ALL BUSINESSES, whether small or large, need to have some long-term goals so that the owners can have a clear vision of what they are working toward.  If you are a business owner or plan to become one, financial goals are essential for the success of your business’ operations. Before you start setting your long-term goals, there are a few things you should consider. The first would be to establish the exact state of your business’ current financial status. Once you have this in mind, you can start setting your goals at monthly intervals. This will then spill over to quarterly intervals, followed by yearly intervals; before you know it, you will have your business’ long term goals. Breaking the goals up into these segments enables you to clearly align your operational goals with your financial goals so that you can have the overall goals for your business. Also, by keeping your finances firmly in mind, you won’t overextend yourself financially.

When you are setting the long-term goals for your business, ensure that they are practical. If you are not pragmatic, then chances are, you will not achieve these goals and that will give you a sense of failure. Not to mention, the business will probably go under as well, which is the exact opposite of what you want. The first thing you should do is establish some cornerstones that you can use to gauge the rate of performance of your business. The most logical options would be the sales figures as well as the revenues that the business is making. Some companies prefer to use their monthly or even yearly net income as one such cornerstone, while others will concentrate on the costs of running the business. The truth is that it is entirely up to your discretion what you would like to use to measure your business’ progress in attaining long-term goals because you are the person that set the goals in the first place. The bottom line is that you can’t know if your business is progressing in the right direction if you don’t know explicitly where it currently stands. That is why you need to know how to measure its performance levels.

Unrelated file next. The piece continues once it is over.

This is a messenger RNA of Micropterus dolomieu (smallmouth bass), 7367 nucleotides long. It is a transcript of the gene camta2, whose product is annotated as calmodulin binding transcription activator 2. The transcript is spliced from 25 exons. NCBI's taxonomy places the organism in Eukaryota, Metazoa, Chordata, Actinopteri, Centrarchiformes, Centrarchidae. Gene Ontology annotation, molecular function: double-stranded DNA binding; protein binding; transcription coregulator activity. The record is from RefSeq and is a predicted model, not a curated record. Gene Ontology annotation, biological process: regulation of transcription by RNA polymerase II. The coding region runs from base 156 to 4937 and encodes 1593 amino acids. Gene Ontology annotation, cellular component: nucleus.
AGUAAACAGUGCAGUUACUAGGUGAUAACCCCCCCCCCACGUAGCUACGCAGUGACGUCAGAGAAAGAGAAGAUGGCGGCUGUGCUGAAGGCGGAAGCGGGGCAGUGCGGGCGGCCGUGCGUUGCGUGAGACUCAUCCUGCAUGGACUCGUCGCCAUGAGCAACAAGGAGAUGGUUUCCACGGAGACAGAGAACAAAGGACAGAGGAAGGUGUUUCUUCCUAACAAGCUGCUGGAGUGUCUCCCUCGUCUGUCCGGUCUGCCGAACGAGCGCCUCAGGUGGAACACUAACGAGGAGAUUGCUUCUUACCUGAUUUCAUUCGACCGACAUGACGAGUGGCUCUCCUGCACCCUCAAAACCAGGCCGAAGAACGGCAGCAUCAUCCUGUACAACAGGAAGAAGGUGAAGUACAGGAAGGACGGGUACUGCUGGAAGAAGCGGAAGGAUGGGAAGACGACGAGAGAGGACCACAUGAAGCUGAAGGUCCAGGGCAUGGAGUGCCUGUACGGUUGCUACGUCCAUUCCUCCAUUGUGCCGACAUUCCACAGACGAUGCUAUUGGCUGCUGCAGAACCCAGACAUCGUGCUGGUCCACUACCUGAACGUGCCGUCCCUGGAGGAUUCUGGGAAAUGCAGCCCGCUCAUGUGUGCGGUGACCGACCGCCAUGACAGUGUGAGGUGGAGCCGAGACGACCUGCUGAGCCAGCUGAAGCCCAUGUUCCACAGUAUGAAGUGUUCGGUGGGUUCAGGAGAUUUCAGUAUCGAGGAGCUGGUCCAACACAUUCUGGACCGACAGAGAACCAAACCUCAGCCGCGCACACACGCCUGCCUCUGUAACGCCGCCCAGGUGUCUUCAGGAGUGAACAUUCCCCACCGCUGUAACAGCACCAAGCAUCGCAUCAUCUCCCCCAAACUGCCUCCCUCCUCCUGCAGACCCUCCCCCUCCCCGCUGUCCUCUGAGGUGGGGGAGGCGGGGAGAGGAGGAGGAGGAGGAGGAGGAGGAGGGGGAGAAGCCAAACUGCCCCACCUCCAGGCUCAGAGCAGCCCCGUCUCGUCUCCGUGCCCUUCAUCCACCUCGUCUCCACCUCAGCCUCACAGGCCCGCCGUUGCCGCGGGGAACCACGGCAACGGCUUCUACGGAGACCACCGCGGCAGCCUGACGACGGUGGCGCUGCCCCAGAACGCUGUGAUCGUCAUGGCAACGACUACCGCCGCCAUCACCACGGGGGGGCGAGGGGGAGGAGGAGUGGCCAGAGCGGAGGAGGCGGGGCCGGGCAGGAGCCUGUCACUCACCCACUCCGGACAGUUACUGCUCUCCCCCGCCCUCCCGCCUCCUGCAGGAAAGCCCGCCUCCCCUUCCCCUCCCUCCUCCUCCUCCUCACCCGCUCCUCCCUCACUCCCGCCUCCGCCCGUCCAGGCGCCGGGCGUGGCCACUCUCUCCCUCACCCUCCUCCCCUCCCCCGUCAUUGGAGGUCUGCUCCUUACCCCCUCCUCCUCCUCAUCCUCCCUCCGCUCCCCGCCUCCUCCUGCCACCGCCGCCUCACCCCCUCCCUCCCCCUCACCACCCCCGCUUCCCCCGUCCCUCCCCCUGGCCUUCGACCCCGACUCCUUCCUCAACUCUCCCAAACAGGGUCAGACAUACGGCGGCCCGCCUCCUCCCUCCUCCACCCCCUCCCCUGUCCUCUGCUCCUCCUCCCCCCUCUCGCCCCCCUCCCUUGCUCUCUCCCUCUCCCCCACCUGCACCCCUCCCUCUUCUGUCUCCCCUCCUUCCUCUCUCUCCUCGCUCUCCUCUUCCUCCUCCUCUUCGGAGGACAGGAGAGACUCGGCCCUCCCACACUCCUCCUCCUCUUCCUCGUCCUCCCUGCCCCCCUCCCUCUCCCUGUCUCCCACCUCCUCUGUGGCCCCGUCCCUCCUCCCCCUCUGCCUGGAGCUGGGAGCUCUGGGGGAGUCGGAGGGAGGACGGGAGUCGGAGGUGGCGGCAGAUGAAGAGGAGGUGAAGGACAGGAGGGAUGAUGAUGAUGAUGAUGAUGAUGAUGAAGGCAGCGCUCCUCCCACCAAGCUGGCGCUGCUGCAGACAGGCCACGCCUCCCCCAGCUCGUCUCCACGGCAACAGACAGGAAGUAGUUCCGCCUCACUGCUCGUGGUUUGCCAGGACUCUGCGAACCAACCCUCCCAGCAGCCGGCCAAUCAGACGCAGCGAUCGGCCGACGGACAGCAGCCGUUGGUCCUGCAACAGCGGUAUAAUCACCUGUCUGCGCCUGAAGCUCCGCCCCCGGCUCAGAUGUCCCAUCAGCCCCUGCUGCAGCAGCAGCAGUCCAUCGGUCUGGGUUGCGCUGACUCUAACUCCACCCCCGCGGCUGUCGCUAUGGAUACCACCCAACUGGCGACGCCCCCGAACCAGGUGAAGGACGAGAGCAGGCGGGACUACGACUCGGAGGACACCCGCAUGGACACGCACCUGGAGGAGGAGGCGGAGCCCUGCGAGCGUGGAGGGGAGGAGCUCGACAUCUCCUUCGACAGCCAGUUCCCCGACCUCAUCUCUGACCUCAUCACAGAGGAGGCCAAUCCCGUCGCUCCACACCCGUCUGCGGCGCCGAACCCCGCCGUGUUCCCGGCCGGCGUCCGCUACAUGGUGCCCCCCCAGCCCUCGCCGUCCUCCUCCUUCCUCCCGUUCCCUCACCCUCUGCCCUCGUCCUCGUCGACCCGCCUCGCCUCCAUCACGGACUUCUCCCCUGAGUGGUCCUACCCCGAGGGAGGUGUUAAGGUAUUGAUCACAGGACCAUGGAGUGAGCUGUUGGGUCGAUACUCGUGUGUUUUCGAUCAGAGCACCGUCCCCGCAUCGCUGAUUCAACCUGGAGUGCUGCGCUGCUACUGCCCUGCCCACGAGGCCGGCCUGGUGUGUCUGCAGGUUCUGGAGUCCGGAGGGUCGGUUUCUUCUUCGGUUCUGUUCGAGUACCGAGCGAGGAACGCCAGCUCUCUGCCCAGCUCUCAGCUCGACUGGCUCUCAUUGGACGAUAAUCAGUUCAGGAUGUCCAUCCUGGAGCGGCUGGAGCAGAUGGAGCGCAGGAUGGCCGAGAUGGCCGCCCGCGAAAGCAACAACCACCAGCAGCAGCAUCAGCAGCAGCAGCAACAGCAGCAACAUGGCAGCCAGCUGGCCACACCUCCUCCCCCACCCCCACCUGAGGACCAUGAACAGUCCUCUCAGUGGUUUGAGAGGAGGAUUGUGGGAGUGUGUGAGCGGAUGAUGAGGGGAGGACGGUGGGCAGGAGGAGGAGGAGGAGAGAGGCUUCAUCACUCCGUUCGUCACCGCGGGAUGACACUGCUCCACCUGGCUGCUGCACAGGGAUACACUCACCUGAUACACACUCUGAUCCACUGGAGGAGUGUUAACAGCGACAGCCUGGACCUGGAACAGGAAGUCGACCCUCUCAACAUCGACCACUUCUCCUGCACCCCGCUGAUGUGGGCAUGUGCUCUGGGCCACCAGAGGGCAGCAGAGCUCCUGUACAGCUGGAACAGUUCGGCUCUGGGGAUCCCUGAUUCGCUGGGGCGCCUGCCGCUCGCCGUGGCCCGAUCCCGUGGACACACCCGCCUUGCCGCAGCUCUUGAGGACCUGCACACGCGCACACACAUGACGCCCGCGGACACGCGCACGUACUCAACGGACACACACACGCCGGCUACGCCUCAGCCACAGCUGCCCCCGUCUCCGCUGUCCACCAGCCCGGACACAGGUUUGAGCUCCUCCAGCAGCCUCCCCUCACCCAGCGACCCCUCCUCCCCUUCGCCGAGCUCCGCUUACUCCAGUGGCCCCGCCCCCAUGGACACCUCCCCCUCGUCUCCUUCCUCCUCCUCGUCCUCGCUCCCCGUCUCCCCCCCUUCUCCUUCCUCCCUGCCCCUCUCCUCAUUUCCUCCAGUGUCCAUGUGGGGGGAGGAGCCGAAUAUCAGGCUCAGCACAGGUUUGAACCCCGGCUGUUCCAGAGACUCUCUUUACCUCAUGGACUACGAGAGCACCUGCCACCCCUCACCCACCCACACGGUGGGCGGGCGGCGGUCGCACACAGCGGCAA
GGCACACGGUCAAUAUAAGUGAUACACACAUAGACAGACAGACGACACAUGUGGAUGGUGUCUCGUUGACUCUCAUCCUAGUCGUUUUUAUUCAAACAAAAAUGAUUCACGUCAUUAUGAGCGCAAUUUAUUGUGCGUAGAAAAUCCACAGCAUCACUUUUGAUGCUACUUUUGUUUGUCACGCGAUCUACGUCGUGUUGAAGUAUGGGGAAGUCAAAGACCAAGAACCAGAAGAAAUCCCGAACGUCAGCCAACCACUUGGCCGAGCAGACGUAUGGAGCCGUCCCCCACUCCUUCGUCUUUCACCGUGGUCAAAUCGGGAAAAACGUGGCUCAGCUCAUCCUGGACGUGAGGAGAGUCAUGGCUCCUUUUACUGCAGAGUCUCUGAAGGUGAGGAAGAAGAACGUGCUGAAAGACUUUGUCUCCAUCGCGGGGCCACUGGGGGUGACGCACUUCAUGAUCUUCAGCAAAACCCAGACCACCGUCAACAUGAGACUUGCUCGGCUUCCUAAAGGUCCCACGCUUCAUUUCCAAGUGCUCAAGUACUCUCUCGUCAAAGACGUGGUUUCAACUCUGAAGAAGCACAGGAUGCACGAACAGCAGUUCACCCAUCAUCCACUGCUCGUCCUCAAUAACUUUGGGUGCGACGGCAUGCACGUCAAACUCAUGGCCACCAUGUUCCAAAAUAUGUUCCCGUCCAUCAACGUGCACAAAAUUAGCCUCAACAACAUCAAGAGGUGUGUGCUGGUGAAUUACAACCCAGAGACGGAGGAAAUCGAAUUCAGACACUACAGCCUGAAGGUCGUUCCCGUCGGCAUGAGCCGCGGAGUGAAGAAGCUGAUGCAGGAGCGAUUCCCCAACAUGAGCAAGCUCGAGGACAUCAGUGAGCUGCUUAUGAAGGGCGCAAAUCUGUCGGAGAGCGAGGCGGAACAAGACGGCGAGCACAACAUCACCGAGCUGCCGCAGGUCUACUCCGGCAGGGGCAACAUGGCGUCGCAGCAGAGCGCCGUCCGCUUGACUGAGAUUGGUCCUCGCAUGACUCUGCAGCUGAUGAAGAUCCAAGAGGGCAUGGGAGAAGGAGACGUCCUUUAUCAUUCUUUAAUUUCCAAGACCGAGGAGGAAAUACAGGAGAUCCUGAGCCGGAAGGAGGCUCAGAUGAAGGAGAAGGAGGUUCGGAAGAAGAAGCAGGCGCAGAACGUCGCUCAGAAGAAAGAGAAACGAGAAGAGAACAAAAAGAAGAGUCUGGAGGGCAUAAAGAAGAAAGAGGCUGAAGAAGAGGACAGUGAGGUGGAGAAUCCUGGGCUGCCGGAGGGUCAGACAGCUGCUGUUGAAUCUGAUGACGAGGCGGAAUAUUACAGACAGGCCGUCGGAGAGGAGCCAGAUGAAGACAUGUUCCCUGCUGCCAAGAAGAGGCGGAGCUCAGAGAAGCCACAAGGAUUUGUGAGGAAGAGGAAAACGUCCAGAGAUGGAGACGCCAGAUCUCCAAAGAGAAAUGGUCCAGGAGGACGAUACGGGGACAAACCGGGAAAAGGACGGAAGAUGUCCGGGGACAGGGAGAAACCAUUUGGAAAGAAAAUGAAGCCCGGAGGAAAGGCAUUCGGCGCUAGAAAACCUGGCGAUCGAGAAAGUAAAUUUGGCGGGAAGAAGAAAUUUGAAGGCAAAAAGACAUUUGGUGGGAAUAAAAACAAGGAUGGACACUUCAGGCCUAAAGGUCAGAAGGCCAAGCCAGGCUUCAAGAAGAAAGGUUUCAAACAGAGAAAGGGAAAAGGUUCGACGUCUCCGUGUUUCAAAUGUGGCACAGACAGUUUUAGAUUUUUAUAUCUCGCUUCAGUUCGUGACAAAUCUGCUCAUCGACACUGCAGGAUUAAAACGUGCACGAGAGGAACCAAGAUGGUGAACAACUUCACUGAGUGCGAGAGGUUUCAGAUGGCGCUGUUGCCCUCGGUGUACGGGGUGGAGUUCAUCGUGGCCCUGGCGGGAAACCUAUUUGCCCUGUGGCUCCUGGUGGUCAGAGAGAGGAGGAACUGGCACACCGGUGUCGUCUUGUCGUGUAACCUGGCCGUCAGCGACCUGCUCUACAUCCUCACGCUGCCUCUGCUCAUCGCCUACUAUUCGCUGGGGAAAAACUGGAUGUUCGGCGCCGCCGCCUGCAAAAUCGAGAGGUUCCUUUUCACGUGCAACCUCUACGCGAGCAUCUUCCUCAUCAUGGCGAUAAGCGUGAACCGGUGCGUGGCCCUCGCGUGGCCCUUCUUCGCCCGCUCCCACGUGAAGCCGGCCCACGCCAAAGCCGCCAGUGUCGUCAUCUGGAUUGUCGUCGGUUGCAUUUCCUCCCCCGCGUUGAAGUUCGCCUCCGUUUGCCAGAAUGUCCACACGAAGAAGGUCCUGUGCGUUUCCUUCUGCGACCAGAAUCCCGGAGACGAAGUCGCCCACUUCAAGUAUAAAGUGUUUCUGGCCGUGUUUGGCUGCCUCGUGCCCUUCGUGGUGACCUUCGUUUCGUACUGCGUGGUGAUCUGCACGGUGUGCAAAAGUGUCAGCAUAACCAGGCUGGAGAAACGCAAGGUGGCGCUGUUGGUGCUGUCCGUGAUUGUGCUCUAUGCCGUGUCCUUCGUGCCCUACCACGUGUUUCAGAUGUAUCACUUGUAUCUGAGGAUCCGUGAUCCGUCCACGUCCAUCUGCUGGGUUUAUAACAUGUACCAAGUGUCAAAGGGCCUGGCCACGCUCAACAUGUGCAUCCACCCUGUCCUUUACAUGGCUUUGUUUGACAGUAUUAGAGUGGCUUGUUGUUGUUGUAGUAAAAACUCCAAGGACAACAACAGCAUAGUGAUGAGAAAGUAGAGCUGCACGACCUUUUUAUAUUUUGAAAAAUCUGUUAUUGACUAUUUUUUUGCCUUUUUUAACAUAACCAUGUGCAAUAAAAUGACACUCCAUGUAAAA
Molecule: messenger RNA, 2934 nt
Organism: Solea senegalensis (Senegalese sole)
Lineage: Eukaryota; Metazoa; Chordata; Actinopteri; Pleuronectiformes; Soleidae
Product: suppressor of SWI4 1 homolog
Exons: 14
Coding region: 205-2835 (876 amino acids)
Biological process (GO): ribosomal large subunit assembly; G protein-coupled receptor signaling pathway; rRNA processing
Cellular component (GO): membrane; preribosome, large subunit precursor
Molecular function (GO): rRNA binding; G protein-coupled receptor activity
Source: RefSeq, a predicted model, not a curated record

The next step would be to create financial goals in relation to the financial performance of the company in its last business year. For example, if it cost you $10,000 to run the business last year, set a goal that in the current financial year, it will cost you $7,000. Then, if the business made $20,000 in profits in the last financial year, set a goal for $25,000 for the current year. The main aim is to set goals that will decrease your expenditure while increasing your income and thus, your business will be profitable.

Lastly, do not set goals but stay in the same work routine. Streamline your staff and increase your work hours if it will mean attaining the long-term goals for your business. Failure to do this may interfere with the progress of reaching your goals. However, ensure these goals are realistic. Growing a business is like running a marathon, not a sprint.